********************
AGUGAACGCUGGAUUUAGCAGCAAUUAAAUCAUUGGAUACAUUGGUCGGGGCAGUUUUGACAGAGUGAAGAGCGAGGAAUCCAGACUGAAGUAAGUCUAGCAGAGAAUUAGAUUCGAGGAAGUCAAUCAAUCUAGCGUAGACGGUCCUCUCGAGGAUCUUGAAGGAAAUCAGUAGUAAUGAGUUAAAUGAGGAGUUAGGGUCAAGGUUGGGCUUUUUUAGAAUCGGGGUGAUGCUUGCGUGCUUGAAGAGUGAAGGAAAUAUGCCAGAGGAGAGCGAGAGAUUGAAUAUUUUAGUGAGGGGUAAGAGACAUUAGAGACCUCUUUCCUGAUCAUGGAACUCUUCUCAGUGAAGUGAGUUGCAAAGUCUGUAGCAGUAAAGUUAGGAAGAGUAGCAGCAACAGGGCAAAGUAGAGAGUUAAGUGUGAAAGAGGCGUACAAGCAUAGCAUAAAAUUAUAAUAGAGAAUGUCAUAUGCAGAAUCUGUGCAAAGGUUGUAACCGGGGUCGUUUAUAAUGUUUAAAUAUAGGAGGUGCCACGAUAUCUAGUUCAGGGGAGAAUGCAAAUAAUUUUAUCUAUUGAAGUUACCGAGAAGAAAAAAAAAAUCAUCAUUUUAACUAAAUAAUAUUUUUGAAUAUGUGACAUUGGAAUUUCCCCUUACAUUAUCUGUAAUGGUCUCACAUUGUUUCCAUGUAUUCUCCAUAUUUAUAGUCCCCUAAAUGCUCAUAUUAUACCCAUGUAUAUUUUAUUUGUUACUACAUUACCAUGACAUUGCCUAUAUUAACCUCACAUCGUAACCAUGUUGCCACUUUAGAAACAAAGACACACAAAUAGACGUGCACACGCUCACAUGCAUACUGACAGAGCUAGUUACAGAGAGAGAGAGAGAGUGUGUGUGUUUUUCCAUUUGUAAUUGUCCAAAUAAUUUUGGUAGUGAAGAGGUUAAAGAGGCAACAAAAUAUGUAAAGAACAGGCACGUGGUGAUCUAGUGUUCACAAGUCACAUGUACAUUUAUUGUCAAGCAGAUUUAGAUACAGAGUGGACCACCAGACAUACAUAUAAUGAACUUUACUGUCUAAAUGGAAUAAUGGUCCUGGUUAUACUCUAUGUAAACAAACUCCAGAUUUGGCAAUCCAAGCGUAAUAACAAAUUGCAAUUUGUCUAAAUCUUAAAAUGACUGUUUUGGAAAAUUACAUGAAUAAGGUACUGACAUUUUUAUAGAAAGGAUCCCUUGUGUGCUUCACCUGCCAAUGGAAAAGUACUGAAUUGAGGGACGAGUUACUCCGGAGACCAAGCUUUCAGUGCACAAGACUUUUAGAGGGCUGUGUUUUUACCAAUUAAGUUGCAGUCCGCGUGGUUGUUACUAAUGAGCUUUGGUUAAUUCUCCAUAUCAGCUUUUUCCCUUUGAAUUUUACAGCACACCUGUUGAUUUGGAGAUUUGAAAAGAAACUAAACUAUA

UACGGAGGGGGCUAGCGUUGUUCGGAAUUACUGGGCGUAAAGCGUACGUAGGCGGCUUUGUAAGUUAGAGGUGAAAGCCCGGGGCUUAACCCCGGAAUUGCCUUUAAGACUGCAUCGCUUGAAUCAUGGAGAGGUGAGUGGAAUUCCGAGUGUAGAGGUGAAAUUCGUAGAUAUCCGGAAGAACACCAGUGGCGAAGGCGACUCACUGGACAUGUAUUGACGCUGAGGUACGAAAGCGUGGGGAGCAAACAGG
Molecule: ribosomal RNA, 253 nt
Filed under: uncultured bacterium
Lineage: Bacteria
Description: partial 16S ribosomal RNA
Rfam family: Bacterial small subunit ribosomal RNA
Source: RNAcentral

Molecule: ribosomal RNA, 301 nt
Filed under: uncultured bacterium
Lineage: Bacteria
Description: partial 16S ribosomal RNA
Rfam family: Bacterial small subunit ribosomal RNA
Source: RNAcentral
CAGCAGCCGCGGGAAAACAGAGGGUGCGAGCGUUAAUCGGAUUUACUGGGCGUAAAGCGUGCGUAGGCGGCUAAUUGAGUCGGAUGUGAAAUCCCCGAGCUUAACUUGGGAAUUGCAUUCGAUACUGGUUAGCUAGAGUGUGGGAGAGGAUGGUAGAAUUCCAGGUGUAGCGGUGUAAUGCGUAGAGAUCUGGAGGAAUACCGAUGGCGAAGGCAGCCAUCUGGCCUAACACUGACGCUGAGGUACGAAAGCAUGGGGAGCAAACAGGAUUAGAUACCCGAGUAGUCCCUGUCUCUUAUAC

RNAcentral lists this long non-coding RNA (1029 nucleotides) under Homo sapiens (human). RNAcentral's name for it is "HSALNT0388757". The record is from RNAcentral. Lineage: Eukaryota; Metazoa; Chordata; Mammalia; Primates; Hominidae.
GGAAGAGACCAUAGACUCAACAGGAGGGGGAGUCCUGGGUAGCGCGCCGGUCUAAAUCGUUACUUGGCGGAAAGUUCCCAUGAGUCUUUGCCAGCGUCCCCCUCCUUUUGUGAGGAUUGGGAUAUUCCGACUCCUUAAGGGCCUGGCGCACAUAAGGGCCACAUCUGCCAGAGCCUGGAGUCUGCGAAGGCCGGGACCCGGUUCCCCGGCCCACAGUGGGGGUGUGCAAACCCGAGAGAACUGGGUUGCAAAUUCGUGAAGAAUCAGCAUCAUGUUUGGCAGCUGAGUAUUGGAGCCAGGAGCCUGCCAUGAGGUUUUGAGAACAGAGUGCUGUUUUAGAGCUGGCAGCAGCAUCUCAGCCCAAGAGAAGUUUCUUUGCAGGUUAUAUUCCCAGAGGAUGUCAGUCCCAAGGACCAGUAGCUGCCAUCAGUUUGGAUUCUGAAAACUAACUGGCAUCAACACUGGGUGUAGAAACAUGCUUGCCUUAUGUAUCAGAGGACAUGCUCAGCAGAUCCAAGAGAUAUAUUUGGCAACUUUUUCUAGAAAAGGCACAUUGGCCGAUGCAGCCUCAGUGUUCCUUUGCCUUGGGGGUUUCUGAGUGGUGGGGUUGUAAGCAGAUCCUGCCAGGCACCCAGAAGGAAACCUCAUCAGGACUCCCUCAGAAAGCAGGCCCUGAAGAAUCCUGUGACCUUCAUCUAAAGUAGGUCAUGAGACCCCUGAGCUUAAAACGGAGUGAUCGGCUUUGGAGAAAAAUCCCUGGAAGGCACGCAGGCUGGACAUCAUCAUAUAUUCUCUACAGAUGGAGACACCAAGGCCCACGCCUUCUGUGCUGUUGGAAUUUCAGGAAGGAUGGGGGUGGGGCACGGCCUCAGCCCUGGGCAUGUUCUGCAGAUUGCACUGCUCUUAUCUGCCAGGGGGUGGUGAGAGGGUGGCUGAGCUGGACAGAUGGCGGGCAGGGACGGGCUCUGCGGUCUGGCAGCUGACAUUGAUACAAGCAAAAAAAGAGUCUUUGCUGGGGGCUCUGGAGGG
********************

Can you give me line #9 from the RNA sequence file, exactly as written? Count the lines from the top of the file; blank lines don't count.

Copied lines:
Molecule: ribosomal RNA, 301 nt